H.R. 3639, the confidently-titled Provide for the Common Defense Act, would restore sequestration defense cuts by cutting Social Security and Medicare. Because what could be more popular than taking from popular programs and giving to unpopular, waste- and corruption-filled programs? Specifically, the bill would increase deductibles for new Medicare enrollees after 2017 -- I hope young folks do remember that they will, one day, all be new Medicare enrollees -- and would attach cost-of-living increases to the dread "chained CPI," an index which, as we know, does not reflect the sheer number of fixed costs seniors face. To be fair, the bill also caps crop insurance payments, though it leaves other agricultural subsidies untouched. But on balance, this is a terrible way to "provide for the common defense." Remember when the 91% tax bracket helped provide for the common defense? I guess Congress doesn't. USAction helps you tell your Congressfolk to reject H.R. 3639.
Meanwhile, H.R. 3309, the Innovation Act, could get a House vote as early as today, and this particular Innovation Act (authored by Bob Goodlatte, Republican of Virginia, and co-sponsored by nine House Republicans and seven House Democrats) actually would help unleash innovation -- not to mention actually stop frivolous lawsuits -- by making it harder for patent trolls to buy up patents and then sue people willy-nilly for "violating" them. If H.R. 3309 becomes law, would-be patent trolls would have to specify exactly what part or parts of the patent they think the target of their lawsuit is violating, plus they would have to pay the defendant's court costs if they lose -- and that's a substantial deterrent to filing frivolous lawsuits, since most patent trolls bet on their ability to collect quick settlements rather than have their opponents go broke defending themselves. The Electronic Frontier Foundation helps you email or call your House Reps and urge them to support the Innovation Act.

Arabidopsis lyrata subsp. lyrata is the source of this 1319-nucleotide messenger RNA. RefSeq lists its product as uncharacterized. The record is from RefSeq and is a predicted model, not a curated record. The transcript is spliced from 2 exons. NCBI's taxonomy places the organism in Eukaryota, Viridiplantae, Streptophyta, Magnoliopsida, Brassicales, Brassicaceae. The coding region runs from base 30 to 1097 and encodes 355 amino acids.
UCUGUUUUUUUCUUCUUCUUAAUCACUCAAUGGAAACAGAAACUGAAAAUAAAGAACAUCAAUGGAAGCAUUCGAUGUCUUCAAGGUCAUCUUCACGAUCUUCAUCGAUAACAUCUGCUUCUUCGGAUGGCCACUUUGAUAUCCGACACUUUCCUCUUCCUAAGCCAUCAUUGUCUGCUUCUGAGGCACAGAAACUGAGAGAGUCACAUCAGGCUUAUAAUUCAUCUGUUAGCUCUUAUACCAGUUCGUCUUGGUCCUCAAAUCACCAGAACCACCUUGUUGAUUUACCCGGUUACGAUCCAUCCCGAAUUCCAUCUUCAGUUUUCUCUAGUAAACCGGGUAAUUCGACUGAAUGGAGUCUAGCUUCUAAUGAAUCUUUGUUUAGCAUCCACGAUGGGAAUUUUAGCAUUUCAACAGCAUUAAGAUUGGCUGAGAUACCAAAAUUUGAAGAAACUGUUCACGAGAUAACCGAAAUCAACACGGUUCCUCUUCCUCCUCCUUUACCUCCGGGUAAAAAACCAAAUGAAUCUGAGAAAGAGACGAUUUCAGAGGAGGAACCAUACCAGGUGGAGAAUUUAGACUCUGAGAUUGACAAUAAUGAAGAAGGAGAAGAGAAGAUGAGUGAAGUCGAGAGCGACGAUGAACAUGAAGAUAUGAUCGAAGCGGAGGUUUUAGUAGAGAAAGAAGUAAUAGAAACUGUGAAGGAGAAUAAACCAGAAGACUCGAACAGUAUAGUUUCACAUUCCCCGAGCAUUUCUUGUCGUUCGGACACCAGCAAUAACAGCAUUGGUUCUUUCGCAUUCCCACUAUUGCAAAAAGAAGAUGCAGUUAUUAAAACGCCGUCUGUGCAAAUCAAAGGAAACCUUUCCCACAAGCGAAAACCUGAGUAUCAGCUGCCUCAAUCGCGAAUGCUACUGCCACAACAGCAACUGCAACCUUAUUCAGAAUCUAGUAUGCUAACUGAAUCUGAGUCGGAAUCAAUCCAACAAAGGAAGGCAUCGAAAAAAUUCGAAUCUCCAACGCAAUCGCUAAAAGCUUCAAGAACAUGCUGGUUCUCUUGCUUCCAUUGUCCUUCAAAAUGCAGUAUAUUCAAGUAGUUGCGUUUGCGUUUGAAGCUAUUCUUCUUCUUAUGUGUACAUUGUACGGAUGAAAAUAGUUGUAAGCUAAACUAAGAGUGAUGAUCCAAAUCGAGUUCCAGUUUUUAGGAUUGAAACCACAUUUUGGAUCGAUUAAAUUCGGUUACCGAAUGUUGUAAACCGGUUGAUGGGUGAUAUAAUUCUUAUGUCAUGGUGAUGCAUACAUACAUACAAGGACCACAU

In other news, the Pennsylvania state Senate, though nominally dominated by law-and-order Republicans, plans to push through a bill (SB 411) that would virtually immunize gas drilling corporations from polluting nearby water tables. Because you learned from your parents that when you make a mess, you should lobby your state legislators to pass a law mandating that someone else clean up your mess, right? SB 411 allegedly builds on Pennsylvania's "Good Samaritan Law," which immunizes mining corporations that voluntarily treat acid mine pollution, but handing out a get-out-of-jail-free card to gas drilling corporations who know they're polluting the water we drink and bathe in and wash clothes and dishes with would be more accurately described as a loophole. And all the gas drillers would have to do to drive through this loophole would be to take the water from abandoned mine sites and use it to frack -- not, you know, treat it so that people might use it. Both PennEnvironment and the Sierra Club help you tell your PA state legislators to oppose SB 411.
Finally, in a slap in the face to all good Americans fighting the corruption of our democracy by mammon, the SEC has apparently decided not to issue a rule requiring that corporations disclose their election spending to their shareholders. The SEC has dragged its feet on this rule for years now, finally putting the issuing of said rule on its official agenda for 2013, then not issuing the rule and "disappearing" the rule from its 2014 agenda. Jesus Mary and Joseph did they think no one would notice? Do they think shareholders in America care about nothing besides money? Do they think shareholders don't care if their corporate boards waste their money trying to elect utter wastes of flesh like Ohio Treasurer Josh Mandel, who came within five percentage points of unseating Ohio Sen. Sherrod Brown in 2012 with the help of $40 million in big corporate bucks? Public Citizen helps you tell the SEC to do its damn job already.